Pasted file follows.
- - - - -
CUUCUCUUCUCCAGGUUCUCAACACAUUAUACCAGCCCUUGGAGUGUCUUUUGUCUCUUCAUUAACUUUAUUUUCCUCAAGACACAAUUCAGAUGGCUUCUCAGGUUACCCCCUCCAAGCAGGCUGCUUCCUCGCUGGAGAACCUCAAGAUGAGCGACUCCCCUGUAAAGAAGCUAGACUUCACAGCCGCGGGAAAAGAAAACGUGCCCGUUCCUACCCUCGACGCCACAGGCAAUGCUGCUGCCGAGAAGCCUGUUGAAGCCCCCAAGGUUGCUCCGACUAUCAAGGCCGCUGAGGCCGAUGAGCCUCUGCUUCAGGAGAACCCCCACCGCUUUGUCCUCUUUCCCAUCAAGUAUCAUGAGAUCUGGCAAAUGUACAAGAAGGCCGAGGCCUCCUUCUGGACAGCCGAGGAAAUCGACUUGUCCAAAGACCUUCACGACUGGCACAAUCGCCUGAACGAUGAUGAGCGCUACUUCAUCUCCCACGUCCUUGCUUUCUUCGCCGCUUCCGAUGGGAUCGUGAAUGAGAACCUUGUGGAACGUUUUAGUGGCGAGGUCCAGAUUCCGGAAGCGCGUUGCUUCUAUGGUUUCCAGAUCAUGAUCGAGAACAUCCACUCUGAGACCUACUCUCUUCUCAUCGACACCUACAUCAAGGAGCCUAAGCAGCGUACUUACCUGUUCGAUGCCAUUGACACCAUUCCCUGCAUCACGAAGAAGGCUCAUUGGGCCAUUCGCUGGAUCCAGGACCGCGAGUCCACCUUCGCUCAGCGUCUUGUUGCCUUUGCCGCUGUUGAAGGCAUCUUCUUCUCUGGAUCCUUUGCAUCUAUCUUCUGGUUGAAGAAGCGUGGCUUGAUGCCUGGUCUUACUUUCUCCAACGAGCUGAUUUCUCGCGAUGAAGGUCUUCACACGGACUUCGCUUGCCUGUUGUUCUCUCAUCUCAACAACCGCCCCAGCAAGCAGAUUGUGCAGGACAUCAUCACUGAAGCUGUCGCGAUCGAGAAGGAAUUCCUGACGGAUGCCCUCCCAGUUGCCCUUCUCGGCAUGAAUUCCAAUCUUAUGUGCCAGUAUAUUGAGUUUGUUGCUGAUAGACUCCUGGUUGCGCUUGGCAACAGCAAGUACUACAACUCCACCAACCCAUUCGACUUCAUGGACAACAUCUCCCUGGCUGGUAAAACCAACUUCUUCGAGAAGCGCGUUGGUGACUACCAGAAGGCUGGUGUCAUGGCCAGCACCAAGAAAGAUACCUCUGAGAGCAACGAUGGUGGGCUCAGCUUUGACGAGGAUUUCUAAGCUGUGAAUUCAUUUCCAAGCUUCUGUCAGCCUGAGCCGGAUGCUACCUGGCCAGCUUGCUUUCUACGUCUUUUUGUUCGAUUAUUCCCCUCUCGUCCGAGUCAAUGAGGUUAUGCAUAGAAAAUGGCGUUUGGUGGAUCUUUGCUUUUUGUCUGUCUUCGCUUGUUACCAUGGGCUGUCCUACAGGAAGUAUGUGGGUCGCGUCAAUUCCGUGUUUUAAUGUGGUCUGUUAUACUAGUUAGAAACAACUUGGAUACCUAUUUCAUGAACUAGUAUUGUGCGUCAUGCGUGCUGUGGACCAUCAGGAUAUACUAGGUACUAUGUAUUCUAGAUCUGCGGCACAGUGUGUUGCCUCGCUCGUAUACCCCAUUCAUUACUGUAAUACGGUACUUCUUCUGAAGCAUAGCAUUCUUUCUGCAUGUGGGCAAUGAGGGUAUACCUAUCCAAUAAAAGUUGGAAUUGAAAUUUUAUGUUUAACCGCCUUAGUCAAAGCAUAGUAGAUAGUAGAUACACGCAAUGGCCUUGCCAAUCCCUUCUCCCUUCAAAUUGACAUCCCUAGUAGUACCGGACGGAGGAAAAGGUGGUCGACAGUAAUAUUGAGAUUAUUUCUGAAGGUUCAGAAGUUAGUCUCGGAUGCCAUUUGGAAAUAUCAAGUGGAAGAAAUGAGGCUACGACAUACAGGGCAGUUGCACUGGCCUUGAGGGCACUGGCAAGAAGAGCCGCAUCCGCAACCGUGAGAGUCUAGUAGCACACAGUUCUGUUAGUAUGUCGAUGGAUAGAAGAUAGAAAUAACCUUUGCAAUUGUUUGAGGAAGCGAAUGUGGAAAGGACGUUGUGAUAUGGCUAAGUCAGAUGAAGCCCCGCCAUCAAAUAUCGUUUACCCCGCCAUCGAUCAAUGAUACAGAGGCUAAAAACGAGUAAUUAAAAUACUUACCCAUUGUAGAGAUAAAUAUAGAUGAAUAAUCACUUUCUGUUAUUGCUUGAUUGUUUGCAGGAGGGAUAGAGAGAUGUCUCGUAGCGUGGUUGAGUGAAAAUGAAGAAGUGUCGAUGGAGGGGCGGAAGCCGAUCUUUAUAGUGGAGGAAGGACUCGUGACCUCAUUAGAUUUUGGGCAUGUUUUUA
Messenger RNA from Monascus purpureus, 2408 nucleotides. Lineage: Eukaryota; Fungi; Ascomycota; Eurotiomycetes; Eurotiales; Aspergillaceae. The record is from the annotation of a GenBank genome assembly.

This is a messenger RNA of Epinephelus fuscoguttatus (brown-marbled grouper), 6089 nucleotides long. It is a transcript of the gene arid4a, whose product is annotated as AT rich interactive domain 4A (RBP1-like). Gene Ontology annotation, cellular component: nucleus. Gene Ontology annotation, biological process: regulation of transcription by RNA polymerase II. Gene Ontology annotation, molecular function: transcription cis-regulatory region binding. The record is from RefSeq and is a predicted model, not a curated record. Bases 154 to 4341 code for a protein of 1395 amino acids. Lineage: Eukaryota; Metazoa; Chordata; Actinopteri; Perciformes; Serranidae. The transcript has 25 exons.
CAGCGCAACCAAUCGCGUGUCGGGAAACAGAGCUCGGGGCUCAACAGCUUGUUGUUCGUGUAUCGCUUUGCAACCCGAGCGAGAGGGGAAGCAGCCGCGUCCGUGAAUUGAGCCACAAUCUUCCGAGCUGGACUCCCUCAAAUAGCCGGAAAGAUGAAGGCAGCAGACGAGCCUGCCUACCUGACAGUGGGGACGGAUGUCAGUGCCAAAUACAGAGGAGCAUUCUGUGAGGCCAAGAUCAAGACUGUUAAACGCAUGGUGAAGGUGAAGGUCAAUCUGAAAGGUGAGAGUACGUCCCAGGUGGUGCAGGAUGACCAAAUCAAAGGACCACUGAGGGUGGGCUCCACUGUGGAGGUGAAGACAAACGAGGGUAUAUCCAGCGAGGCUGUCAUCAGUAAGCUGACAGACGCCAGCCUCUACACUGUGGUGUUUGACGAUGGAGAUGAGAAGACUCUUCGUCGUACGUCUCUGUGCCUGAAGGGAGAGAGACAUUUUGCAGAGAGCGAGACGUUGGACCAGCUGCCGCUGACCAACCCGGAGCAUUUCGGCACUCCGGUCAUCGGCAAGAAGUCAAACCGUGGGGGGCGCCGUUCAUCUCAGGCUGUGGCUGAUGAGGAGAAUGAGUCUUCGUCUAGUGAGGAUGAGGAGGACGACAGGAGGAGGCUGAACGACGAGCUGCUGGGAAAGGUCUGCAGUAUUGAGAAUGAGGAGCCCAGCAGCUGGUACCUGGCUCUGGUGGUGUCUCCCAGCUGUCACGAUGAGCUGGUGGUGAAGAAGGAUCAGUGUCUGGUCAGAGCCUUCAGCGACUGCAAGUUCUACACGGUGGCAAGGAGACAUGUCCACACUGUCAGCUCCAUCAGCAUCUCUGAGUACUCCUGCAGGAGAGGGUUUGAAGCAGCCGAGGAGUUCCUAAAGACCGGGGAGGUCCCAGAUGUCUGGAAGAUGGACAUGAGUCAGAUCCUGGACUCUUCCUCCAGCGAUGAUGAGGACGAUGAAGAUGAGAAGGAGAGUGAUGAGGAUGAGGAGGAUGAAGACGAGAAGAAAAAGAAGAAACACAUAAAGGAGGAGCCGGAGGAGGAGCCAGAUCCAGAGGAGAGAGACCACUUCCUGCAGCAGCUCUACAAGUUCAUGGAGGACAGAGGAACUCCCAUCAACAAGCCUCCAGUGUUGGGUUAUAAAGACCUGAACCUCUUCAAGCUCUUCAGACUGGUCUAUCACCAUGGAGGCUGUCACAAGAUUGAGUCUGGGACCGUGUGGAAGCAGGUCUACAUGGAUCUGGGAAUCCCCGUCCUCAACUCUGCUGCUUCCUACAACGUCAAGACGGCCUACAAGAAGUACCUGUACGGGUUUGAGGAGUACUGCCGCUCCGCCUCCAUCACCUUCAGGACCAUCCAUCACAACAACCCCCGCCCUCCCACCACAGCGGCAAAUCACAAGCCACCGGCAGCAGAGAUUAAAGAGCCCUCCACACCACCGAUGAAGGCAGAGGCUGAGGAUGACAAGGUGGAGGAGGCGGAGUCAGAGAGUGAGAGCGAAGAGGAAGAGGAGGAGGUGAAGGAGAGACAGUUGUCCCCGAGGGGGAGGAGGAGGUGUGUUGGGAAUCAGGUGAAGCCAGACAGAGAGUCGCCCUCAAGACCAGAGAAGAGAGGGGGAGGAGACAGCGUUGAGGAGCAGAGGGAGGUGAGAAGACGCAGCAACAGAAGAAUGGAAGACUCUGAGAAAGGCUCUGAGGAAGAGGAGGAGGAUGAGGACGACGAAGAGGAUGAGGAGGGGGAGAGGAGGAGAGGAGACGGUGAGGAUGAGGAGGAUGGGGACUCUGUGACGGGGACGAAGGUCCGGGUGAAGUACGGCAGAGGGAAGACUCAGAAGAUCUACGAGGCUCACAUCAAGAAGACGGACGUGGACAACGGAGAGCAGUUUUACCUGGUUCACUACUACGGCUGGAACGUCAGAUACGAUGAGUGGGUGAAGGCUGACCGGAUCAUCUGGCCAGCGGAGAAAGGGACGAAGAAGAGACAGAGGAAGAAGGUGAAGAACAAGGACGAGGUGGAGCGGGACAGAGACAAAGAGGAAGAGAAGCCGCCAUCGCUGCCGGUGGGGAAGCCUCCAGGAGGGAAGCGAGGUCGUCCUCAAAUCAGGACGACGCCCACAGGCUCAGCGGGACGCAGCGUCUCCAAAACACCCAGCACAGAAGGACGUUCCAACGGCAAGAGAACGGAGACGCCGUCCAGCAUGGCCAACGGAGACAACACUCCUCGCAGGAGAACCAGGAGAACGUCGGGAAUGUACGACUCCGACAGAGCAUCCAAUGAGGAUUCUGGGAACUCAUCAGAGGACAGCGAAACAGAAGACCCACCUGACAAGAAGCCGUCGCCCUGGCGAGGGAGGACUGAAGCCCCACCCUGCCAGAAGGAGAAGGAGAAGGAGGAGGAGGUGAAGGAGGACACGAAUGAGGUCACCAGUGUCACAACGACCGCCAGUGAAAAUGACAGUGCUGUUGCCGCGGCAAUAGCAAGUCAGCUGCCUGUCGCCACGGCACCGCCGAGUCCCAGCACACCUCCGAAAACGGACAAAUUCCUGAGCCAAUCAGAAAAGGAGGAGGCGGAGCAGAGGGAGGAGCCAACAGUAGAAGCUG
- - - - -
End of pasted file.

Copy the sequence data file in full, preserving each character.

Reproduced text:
CUUCUCUUCUCCAGGUUCUCAACACAUUAUACCAGCCCUUGGAGUGUCUUUUGUCUCUUCAUUAACUUUAUUUUCCUCAAGACACAAUUCAGAUGGCUUCUCAGGUUACCCCCUCCAAGCAGGCUGCUUCCUCGCUGGAGAACCUCAAGAUGAGCGACUCCCCUGUAAAGAAGCUAGACUUCACAGCCGCGGGAAAAGAAAACGUGCCCGUUCCUACCCUCGACGCCACAGGCAAUGCUGCUGCCGAGAAGCCUGUUGAAGCCCCCAAGGUUGCUCCGACUAUCAAGGCCGCUGAGGCCGAUGAGCCUCUGCUUCAGGAGAACCCCCACCGCUUUGUCCUCUUUCCCAUCAAGUAUCAUGAGAUCUGGCAAAUGUACAAGAAGGCCGAGGCCUCCUUCUGGACAGCCGAGGAAAUCGACUUGUCCAAAGACCUUCACGACUGGCACAAUCGCCUGAACGAUGAUGAGCGCUACUUCAUCUCCCACGUCCUUGCUUUCUUCGCCGCUUCCGAUGGGAUCGUGAAUGAGAACCUUGUGGAACGUUUUAGUGGCGAGGUCCAGAUUCCGGAAGCGCGUUGCUUCUAUGGUUUCCAGAUCAUGAUCGAGAACAUCCACUCUGAGACCUACUCUCUUCUCAUCGACACCUACAUCAAGGAGCCUAAGCAGCGUACUUACCUGUUCGAUGCCAUUGACACCAUUCCCUGCAUCACGAAGAAGGCUCAUUGGGCCAUUCGCUGGAUCCAGGACCGCGAGUCCACCUUCGCUCAGCGUCUUGUUGCCUUUGCCGCUGUUGAAGGCAUCUUCUUCUCUGGAUCCUUUGCAUCUAUCUUCUGGUUGAAGAAGCGUGGCUUGAUGCCUGGUCUUACUUUCUCCAACGAGCUGAUUUCUCGCGAUGAAGGUCUUCACACGGACUUCGCUUGCCUGUUGUUCUCUCAUCUCAACAACCGCCCCAGCAAGCAGAUUGUGCAGGACAUCAUCACUGAAGCUGUCGCGAUCGAGAAGGAAUUCCUGACGGAUGCCCUCCCAGUUGCCCUUCUCGGCAUGAAUUCCAAUCUUAUGUGCCAGUAUAUUGAGUUUGUUGCUGAUAGACUCCUGGUUGCGCUUGGCAACAGCAAGUACUACAACUCCACCAACCCAUUCGACUUCAUGGACAACAUCUCCCUGGCUGGUAAAACCAACUUCUUCGAGAAGCGCGUUGGUGACUACCAGAAGGCUGGUGUCAUGGCCAGCACCAAGAAAGAUACCUCUGAGAGCAACGAUGGUGGGCUCAGCUUUGACGAGGAUUUCUAAGCUGUGAAUUCAUUUCCAAGCUUCUGUCAGCCUGAGCCGGAUGCUACCUGGCCAGCUUGCUUUCUACGUCUUUUUGUUCGAUUAUUCCCCUCUCGUCCGAGUCAAUGAGGUUAUGCAUAGAAAAUGGCGUUUGGUGGAUCUUUGCUUUUUGUCUGUCUUCGCUUGUUACCAUGGGCUGUCCUACAGGAAGUAUGUGGGUCGCGUCAAUUCCGUGUUUUAAUGUGGUCUGUUAUACUAGUUAGAAACAACUUGGAUACCUAUUUCAUGAACUAGUAUUGUGCGUCAUGCGUGCUGUGGACCAUCAGGAUAUACUAGGUACUAUGUAUUCUAGAUCUGCGGCACAGUGUGUUGCCUCGCUCGUAUACCCCAUUCAUUACUGUAAUACGGUACUUCUUCUGAAGCAUAGCAUUCUUUCUGCAUGUGGGCAAUGAGGGUAUACCUAUCCAAUAAAAGUUGGAAUUGAAAUUUUAUGUUUAACCGCCUUAGUCAAAGCAUAGUAGAUAGUAGAUACACGCAAUGGCCUUGCCAAUCCCUUCUCCCUUCAAAUUGACAUCCCUAGUAGUACCGGACGGAGGAAAAGGUGGUCGACAGUAAUAUUGAGAUUAUUUCUGAAGGUUCAGAAGUUAGUCUCGGAUGCCAUUUGGAAAUAUCAAGUGGAAGAAAUGAGGCUACGACAUACAGGGCAGUUGCACUGGCCUUGAGGGCACUGGCAAGAAGAGCCGCAUCCGCAACCGUGAGAGUCUAGUAGCACACAGUUCUGUUAGUAUGUCGAUGGAUAGAAGAUAGAAAUAACCUUUGCAAUUGUUUGAGGAAGCGAAUGUGGAAAGGACGUUGUGAUAUGGCUAAGUCAGAUGAAGCCCCGCCAUCAAAUAUCGUUUACCCCGCCAUCGAUCAAUGAUACAGAGGCUAAAAACGAGUAAUUAAAAUACUUACCCAUUGUAGAGAUAAAUAUAGAUGAAUAAUCACUUUCUGUUAUUGCUUGAUUGUUUGCAGGAGGGAUAGAGAGAUGUCUCGUAGCGUGGUUGAGUGAAAAUGAAGAAGUGUCGAUGGAGGGGCGGAAGCCGAUCUUUAUAGUGGAGGAAGGACUCGUGACCUCAUUAGAUUUUGGGCAUGUUUUUA
Messenger RNA from Monascus purpureus, 2408 nucleotides. Lineage: Eukaryota; Fungi; Ascomycota; Eurotiomycetes; Eurotiales; Aspergillaceae. The record is from the annotation of a GenBank genome assembly.

This is a messenger RNA of Epinephelus fuscoguttatus (brown-marbled grouper), 6089 nucleotides long. It is a transcript of the gene arid4a, whose product is annotated as AT rich interactive domain 4A (RBP1-like). Gene Ontology annotation, cellular component: nucleus. Gene Ontology annotation, biological process: regulation of transcription by RNA polymerase II. Gene Ontology annotation, molecular function: transcription cis-regulatory region binding. The record is from RefSeq and is a predicted model, not a curated record. Bases 154 to 4341 code for a protein of 1395 amino acids. Lineage: Eukaryota; Metazoa; Chordata; Actinopteri; Perciformes; Serranidae. The transcript has 25 exons.
CAGCGCAACCAAUCGCGUGUCGGGAAACAGAGCUCGGGGCUCAACAGCUUGUUGUUCGUGUAUCGCUUUGCAACCCGAGCGAGAGGGGAAGCAGCCGCGUCCGUGAAUUGAGCCACAAUCUUCCGAGCUGGACUCCCUCAAAUAGCCGGAAAGAUGAAGGCAGCAGACGAGCCUGCCUACCUGACAGUGGGGACGGAUGUCAGUGCCAAAUACAGAGGAGCAUUCUGUGAGGCCAAGAUCAAGACUGUUAAACGCAUGGUGAAGGUGAAGGUCAAUCUGAAAGGUGAGAGUACGUCCCAGGUGGUGCAGGAUGACCAAAUCAAAGGACCACUGAGGGUGGGCUCCACUGUGGAGGUGAAGACAAACGAGGGUAUAUCCAGCGAGGCUGUCAUCAGUAAGCUGACAGACGCCAGCCUCUACACUGUGGUGUUUGACGAUGGAGAUGAGAAGACUCUUCGUCGUACGUCUCUGUGCCUGAAGGGAGAGAGACAUUUUGCAGAGAGCGAGACGUUGGACCAGCUGCCGCUGACCAACCCGGAGCAUUUCGGCACUCCGGUCAUCGGCAAGAAGUCAAACCGUGGGGGGCGCCGUUCAUCUCAGGCUGUGGCUGAUGAGGAGAAUGAGUCUUCGUCUAGUGAGGAUGAGGAGGACGACAGGAGGAGGCUGAACGACGAGCUGCUGGGAAAGGUCUGCAGUAUUGAGAAUGAGGAGCCCAGCAGCUGGUACCUGGCUCUGGUGGUGUCUCCCAGCUGUCACGAUGAGCUGGUGGUGAAGAAGGAUCAGUGUCUGGUCAGAGCCUUCAGCGACUGCAAGUUCUACACGGUGGCAAGGAGACAUGUCCACACUGUCAGCUCCAUCAGCAUCUCUGAGUACUCCUGCAGGAGAGGGUUUGAAGCAGCCGAGGAGUUCCUAAAGACCGGGGAGGUCCCAGAUGUCUGGAAGAUGGACAUGAGUCAGAUCCUGGACUCUUCCUCCAGCGAUGAUGAGGACGAUGAAGAUGAGAAGGAGAGUGAUGAGGAUGAGGAGGAUGAAGACGAGAAGAAAAAGAAGAAACACAUAAAGGAGGAGCCGGAGGAGGAGCCAGAUCCAGAGGAGAGAGACCACUUCCUGCAGCAGCUCUACAAGUUCAUGGAGGACAGAGGAACUCCCAUCAACAAGCCUCCAGUGUUGGGUUAUAAAGACCUGAACCUCUUCAAGCUCUUCAGACUGGUCUAUCACCAUGGAGGCUGUCACAAGAUUGAGUCUGGGACCGUGUGGAAGCAGGUCUACAUGGAUCUGGGAAUCCCCGUCCUCAACUCUGCUGCUUCCUACAACGUCAAGACGGCCUACAAGAAGUACCUGUACGGGUUUGAGGAGUACUGCCGCUCCGCCUCCAUCACCUUCAGGACCAUCCAUCACAACAACCCCCGCCCUCCCACCACAGCGGCAAAUCACAAGCCACCGGCAGCAGAGAUUAAAGAGCCCUCCACACCACCGAUGAAGGCAGAGGCUGAGGAUGACAAGGUGGAGGAGGCGGAGUCAGAGAGUGAGAGCGAAGAGGAAGAGGAGGAGGUGAAGGAGAGACAGUUGUCCCCGAGGGGGAGGAGGAGGUGUGUUGGGAAUCAGGUGAAGCCAGACAGAGAGUCGCCCUCAAGACCAGAGAAGAGAGGGGGAGGAGACAGCGUUGAGGAGCAGAGGGAGGUGAGAAGACGCAGCAACAGAAGAAUGGAAGACUCUGAGAAAGGCUCUGAGGAAGAGGAGGAGGAUGAGGACGACGAAGAGGAUGAGGAGGGGGAGAGGAGGAGAGGAGACGGUGAGGAUGAGGAGGAUGGGGACUCUGUGACGGGGACGAAGGUCCGGGUGAAGUACGGCAGAGGGAAGACUCAGAAGAUCUACGAGGCUCACAUCAAGAAGACGGACGUGGACAACGGAGAGCAGUUUUACCUGGUUCACUACUACGGCUGGAACGUCAGAUACGAUGAGUGGGUGAAGGCUGACCGGAUCAUCUGGCCAGCGGAGAAAGGGACGAAGAAGAGACAGAGGAAGAAGGUGAAGAACAAGGACGAGGUGGAGCGGGACAGAGACAAAGAGGAAGAGAAGCCGCCAUCGCUGCCGGUGGGGAAGCCUCCAGGAGGGAAGCGAGGUCGUCCUCAAAUCAGGACGACGCCCACAGGCUCAGCGGGACGCAGCGUCUCCAAAACACCCAGCACAGAAGGACGUUCCAACGGCAAGAGAACGGAGACGCCGUCCAGCAUGGCCAACGGAGACAACACUCCUCGCAGGAGAACCAGGAGAACGUCGGGAAUGUACGACUCCGACAGAGCAUCCAAUGAGGAUUCUGGGAACUCAUCAGAGGACAGCGAAACAGAAGACCCACCUGACAAGAAGCCGUCGCCCUGGCGAGGGAGGACUGAAGCCCCACCCUGCCAGAAGGAGAAGGAGAAGGAGGAGGAGGUGAAGGAGGACACGAAUGAGGUCACCAGUGUCACAACGACCGCCAGUGAAAAUGACAGUGCUGUUGCCGCGGCAAUAGCAAGUCAGCUGCCUGUCGCCACGGCACCGCCGAGUCCCAGCACACCUCCGAAAACGGACAAAUUCCUGAGCCAAUCAGAAAAGGAGGAGGCGGAGCAGAGGGAGGAGCCAACAGUAGAAGCUG